Research in Motion: The End is Near


Research in Motion (NASDAQ:RIMM) has too much to prove to the Street and the consensus is for the pain to continue for shareholders.


( | Frank Lara) We knew Research in Motion (NASDAQ:RIMM) had one last run left, that run has occurred and now its time to never look back. Think back to the Blackberry Ban when every other country was threatening to put an end to RIM in 2010. We told our readers to buy at that 52-week low. RIM shares then went on a tear and almost bucked above $70 in Feburary. Friday Research in Motion shares closed within 7.5% of its 12 month low.

Could the same game plan be executed once again? Will Research in Motion shares rise from the ashes and prove the Street wrong? Can lightning strike twice for investors?

The Masters aren't willing to go to bat for RIM this time, that ship has sailed.

 Last time RIM hit a 52-week low we screamed "Buy". The company at that time had 41 million subscribers all over the planet, the blackberry bans were all hype, and the Street refused to buy the company's impressive guidance.

rimmHowever we knew a year ago that RIM was eventually going to lose the battle to Google's (GOOG) Andriod system, Apple's (AAPL) incredible iPhone, and even Microsoft's Windows Mobile 7 (MSFT). This time the comeback story is much more difficult to believe and the cold reality is starting to sink in.

Last Thursday, IDC reported a significant shift in smartphone sales for Q1 2011. The key takeway from the stats: Apple (AAPL) and Google (GOOG) continue to own RIMM and Nokia (NOK) when it comes to smartphones. The rankings show Q4 2010 to Q1 2011 increases/decreases in global market share ( | Rocco Pendola).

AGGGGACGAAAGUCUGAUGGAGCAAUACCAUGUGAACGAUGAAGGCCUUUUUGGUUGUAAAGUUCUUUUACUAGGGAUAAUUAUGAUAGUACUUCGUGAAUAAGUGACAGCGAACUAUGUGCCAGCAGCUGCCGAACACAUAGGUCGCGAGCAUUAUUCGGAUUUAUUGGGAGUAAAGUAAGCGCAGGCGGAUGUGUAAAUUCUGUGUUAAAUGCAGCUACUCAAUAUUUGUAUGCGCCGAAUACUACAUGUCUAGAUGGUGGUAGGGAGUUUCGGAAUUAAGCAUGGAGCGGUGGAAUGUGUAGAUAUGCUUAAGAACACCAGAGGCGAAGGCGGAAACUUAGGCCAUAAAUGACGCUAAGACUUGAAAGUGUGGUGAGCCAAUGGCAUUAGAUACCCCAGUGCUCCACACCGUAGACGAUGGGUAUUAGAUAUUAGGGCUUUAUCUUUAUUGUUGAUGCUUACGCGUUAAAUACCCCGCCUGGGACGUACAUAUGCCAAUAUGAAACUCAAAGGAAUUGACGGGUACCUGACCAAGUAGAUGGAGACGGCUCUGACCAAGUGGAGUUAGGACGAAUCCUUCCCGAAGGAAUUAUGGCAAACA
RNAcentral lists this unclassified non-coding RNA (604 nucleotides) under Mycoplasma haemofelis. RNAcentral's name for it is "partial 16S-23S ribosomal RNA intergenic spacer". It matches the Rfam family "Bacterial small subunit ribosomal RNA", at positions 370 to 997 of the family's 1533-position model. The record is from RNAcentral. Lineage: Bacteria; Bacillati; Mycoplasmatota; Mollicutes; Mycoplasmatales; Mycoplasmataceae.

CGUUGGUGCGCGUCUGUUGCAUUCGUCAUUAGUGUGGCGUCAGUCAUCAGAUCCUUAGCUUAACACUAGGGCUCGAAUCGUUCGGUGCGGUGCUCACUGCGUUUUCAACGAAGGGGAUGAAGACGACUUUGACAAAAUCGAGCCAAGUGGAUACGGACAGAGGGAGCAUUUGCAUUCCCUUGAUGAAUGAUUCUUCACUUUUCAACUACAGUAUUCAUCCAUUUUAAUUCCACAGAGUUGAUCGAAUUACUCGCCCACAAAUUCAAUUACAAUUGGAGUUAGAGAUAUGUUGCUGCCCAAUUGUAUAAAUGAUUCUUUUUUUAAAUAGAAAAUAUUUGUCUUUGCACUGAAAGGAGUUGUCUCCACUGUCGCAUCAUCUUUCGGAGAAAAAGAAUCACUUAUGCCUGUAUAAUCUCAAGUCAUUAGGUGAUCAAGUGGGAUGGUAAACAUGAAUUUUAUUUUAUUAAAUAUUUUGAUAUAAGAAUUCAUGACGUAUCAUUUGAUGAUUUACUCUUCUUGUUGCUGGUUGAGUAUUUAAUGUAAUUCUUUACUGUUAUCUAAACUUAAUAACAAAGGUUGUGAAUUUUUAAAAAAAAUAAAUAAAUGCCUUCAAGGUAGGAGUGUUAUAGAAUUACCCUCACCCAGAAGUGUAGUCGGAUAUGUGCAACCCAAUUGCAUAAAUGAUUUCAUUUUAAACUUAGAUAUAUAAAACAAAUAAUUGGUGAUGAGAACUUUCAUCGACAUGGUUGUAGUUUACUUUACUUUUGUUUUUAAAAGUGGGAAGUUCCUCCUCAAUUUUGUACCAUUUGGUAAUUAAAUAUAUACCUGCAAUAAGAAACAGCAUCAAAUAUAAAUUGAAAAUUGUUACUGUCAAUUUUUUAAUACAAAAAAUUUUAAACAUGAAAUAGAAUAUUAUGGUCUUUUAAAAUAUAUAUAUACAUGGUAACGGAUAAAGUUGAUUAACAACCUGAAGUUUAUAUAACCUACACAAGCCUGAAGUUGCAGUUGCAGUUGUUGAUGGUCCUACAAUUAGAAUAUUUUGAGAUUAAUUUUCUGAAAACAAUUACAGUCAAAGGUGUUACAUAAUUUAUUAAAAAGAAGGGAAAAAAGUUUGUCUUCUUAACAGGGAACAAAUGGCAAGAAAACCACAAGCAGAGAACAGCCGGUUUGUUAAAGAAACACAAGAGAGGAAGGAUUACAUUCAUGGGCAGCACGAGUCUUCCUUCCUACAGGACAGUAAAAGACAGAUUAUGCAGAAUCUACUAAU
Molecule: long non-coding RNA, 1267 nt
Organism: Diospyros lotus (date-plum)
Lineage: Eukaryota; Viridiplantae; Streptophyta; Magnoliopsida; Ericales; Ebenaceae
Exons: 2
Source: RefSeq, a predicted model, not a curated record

The numbers were the following:
Nokia: 28% to 24.3%
Apple: 16.1% to 18.7%
RIMM: 14.5% to 14%
Samsung (SSNLF.PK): 9.6% to 10.8%
HTC: 8.5% to 8.9%

Worse yet RIM's average selling price for its BlackBerry devices keeps falling. Too bad the company's stock price can't stop falling.

Research in Motion will continue to rake in revenue, but not at the margins that will enable its share price to become a growth stock. RIM will be lucky to ever hit $70 a share again. It could be possible on a long enough time frame or with a reverse stock merger. Then again, maybe RIM will just fade into the sunset or finally get bought out by Microsoft (MSFT). Regardless of the outcome, RIM as a profitable company is questionable at best.

Bottom line: RIM shareholders are in for a tough ride. The Masters are betting on a new 52-week low before RIM shares make any spark of a comeback.

Disclaimer: No positions any of the securities mentioned in this publication.


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